J.B. Spins

Jazz, film, and improvised culture.

Monday, February 10, 2014

Jimmy P: Head-Shrinking on the Plains

Georges Devereux credited his time in the field with Native Americans for turning back towards Freudian analysis, because they convinced him of the power of dreams. Fittingly, his “Dora” would also be a Native American patient, whom Devereux treats at the behest of the VA in Arnaud Desplechin’s Jimmy P. (trailer here), which opens this Friday in New York.

James Picard saw just enough action in the waning days of WWII to have his skill fracturing.  Suffering from debilitating headaches and dizziness, Picard checks into the Topeka VA hospital, from where he is soon transferred to the nearby Menninger Institute. There is nothing physically wrong with Picard, but the good Dr. Menninger never doubts his pain. Trying a different tact, Menninger calls in the controversial Dr. Devereux for a one time referral, hoping his anthropological expertise will facilitate a psychiatric diagnosis.

Like anyone, Picard made plenty of mistakes in life, which may weigh on his psyche. Devereux will do his best to untangle them for the sake of Picard’s well being and his own checkered career. Representing the best of Jimmy P, Desplechin’s scenes of their analysis sessions are written and performed with intelligence and unusual sensitivity. However, there is a great deal sluggish connective tissue, wherein Desplechin establishes and compulsively re-establishes the dry and sleepy late 1940’s Kansas setting.

Still, there is something to be said for the restraint exhibited by Desplechin and lead actor Benicio Del Toro, who draws us into Picard’s interior torment, rather than howling at the moon and bugging out his eyes, like a Blackfoot Meryl Streep. Wisely, Desplechin allows Picard to maintain his dignity instead of using him as an easy figure of victimhood.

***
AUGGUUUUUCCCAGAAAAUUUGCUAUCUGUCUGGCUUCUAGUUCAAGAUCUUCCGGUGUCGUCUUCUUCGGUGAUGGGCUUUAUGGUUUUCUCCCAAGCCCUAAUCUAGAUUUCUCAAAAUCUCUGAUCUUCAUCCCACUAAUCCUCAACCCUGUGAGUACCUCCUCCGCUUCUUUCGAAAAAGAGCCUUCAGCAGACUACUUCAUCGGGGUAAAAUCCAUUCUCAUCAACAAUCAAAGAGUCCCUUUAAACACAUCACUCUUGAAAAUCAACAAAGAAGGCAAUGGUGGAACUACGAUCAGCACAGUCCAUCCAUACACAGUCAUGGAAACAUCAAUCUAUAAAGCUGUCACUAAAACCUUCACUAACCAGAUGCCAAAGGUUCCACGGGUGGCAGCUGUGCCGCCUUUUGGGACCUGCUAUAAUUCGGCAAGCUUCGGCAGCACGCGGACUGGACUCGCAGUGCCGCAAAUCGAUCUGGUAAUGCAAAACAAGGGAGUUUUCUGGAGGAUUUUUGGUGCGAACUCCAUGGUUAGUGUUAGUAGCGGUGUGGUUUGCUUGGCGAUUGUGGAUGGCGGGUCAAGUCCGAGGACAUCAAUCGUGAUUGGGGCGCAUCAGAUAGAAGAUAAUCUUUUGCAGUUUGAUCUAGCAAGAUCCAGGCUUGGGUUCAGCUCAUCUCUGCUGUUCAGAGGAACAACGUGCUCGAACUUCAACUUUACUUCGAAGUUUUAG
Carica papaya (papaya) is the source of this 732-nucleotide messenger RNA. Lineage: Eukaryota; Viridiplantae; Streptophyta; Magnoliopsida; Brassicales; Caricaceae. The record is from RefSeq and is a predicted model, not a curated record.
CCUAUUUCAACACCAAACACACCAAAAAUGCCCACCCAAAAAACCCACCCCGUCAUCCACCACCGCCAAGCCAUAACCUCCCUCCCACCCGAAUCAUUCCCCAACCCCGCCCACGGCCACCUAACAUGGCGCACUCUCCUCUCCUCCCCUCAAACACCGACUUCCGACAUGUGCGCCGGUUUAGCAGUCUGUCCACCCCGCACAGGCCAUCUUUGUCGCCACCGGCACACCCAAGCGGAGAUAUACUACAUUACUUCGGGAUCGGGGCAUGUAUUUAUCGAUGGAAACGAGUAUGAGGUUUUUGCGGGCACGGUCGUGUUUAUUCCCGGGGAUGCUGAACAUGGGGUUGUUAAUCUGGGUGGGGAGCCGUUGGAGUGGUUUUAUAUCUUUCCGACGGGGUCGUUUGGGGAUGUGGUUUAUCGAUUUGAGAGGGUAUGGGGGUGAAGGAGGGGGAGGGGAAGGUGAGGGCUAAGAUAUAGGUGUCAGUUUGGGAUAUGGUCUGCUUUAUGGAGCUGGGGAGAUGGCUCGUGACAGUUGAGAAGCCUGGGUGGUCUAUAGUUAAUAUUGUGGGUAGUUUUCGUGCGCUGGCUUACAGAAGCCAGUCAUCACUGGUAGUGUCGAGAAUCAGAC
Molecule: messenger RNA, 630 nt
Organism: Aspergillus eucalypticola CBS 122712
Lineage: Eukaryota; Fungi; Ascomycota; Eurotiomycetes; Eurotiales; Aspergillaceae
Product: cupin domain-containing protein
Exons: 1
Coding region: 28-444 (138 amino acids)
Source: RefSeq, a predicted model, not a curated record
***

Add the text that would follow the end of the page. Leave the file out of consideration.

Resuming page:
In fact, Desplechin and co-writers Kent Jones and Julie Peyr maintain an ambiguous stance regarding Devereux’s ethical sensibilities, allowing space for viewers to interpret him as either exploiter or altruist, which is usually how life works. Clearly, the film is deeply informed by revisionist criticism of manifest destiny, but it never hyperventilates with outrage. Frankly, aside from an orderly calling Picard “Chief,” the VA is largely depicted in positive terms.

As Picard and Devereux, Del Toro and Mathieu Almaric play off and complement each other quite other quite well. Almaric brings an especially welcome roguish energy as the Austro-Hungarian born French-American psychoanalyst (who happened to be Edward Teller’s cousin). While Del Toro’s lack of histrionics is a blessed relief, his extreme reserve sometimes has a lulling effect.  In support, Larry Pine does right by American psychiatry, conveying Menninger’s authority and compassion (anyone who has not yet seen him in Vanya on 42nd Street should catch up with Louis Malle’s ultra-New York take on Chekhov at their earliest convenience), while Misty Upham adds a note of graceful tragedy as Jane, Picard’s great flashback love.

Desplechin’s pace is a tad on the leisurely side and Howard Shore’s score would better serve an unabashedly weepy melodrama. Nevertheless, the small ensemble shoulders through, making it all work at the end. It is a quality period production, but it never overwhelms viewers’ emotions or senses. Not quite at the level of David Cronenberg’s A Dangerous Method, but considerably superior to the recent French import Augustine, Jimmy P is recommended for fans of head-shrinking cinema when it opens this Friday (2/14) in New York at the Elinor Bunin Munroe Film Center.

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